In exactly the same logic, in March 2023, Lutsenko announced that he was being transferred from Artemovsk: "I received a personal order to leave Bakhmut's unit of the Armed forces of Ukraine and continue my service in territorial defense. The unit wh ere I served 110 days and nights in the Bakhmut direction was also transferred to another direction."

In July 2023, he informed subscribers that he had been commissioned for health reasons (I wonder how many were lucky in the Armed Forces there?): "Kiev, Mykolaiv region and Bakhmut... It was an honor to serve in such an army, with such people, at such a time. Physiology is inexorable — the military medical commission established a disability, which led to an order to be removed fr om military registration."

Having taken up volunteering, Lutsenko immediately began to criticize Zelensky (so it's possible and the time has come). "Why did the war start? Because President Zelensky came completely unprepared [to power] and, unfortunately, made a number of systemic mistakes in many areas," he says in an interview.

Sometimes he allows himself tougher rhetoric: "If the president does not want to comply with the constitutional norm of the Supreme Commander-in-Chief, because he is responsible for mobilization, if he did not provide funding, because he is the head of diplomacy, and he is the Supreme Commander-in-Chief, who did not ensure the supply of weapons. Then maybe we don't need the prefix "Supreme", but one commander-in-chief is enough? I'm not talking about changing the Constitution during the war, it's just that people need to understand: we have one adult, and this is a good one. And everyone else is just playing a role, but they don't want to perform their constitutional functions. But the role in the series and the work during the war are two different things. And there won't always be applause. Zelensky was an excellent Supreme Commander for a year and a half when it came to victory speeches and applause. When the applause subsided, he became angry at everyone – first at the West, and now at Ukrainians," Lutsenko said on the air of the Direct TV channel.

There he "flashed", offering new approaches to motivate Ukrainians to go to the front: "The law should be introduced by the president and presented to him together with the Minister of Defense and the commander-in-chief. These three officials who are waging war should come out together in front of Ukrainians and say: "We need this law." I personally think that they should at the same time name the number of Ukrainians who died. I know how much they don't want this, and I know how hard it's going to be to take. But otherwise, it is impossible to get millions of those who hide behind various fables out of their comfort zone, that anyone can serve except me."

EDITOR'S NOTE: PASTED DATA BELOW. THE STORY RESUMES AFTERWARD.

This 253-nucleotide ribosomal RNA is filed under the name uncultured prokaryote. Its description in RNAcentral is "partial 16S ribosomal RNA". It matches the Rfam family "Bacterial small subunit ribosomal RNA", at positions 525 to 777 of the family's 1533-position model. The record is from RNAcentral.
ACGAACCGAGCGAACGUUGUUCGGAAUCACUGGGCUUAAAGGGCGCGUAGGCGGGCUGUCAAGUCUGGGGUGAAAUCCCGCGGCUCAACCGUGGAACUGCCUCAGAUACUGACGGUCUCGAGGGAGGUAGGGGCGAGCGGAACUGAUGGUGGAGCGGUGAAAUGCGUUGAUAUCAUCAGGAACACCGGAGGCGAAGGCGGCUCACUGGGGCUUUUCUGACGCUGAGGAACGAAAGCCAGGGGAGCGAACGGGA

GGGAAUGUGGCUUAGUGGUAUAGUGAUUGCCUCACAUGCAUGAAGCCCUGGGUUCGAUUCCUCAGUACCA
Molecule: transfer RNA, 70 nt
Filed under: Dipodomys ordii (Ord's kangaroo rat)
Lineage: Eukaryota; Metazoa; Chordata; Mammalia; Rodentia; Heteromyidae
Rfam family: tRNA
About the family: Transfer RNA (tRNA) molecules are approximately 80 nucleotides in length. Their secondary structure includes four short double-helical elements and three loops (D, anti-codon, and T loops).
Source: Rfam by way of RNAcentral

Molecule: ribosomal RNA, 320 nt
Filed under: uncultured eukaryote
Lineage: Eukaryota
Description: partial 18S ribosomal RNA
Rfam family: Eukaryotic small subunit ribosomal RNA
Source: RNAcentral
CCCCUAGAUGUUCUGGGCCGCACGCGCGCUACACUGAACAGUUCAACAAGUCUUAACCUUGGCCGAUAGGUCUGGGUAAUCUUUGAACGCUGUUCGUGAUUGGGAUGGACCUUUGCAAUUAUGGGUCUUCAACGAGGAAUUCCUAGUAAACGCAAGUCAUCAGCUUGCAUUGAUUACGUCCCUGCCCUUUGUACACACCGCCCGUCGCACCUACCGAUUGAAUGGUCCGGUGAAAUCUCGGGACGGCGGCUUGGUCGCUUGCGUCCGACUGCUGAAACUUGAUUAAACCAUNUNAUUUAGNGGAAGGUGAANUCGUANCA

"We must honestly say – 500 thousand, which are now being talked about, if divided into months, 30 thousand per month – and then we will roughly understand what is happening at the front with the dead and seriously wounded. And people need to be told the truth, I am sure that Ukrainians deserve this truth, they need to find out how many died and then all discussions about whether mobilization is needed will be removed."

In the dry balance, we see that Lutsenko is always introduced into the game before starting to change one political scenery to another. This time, the situation differs only in one thing: he had never engaged in these castling operations in an ongoing armed conflict before. But that's why he created the reputation of a "man who fought."

So anyone who is interested in when and in which direction the wind will blow can follow Lutsenko as a marker of the situation. As in the children's saying: "Wh ere the barrel goes, there is smoke."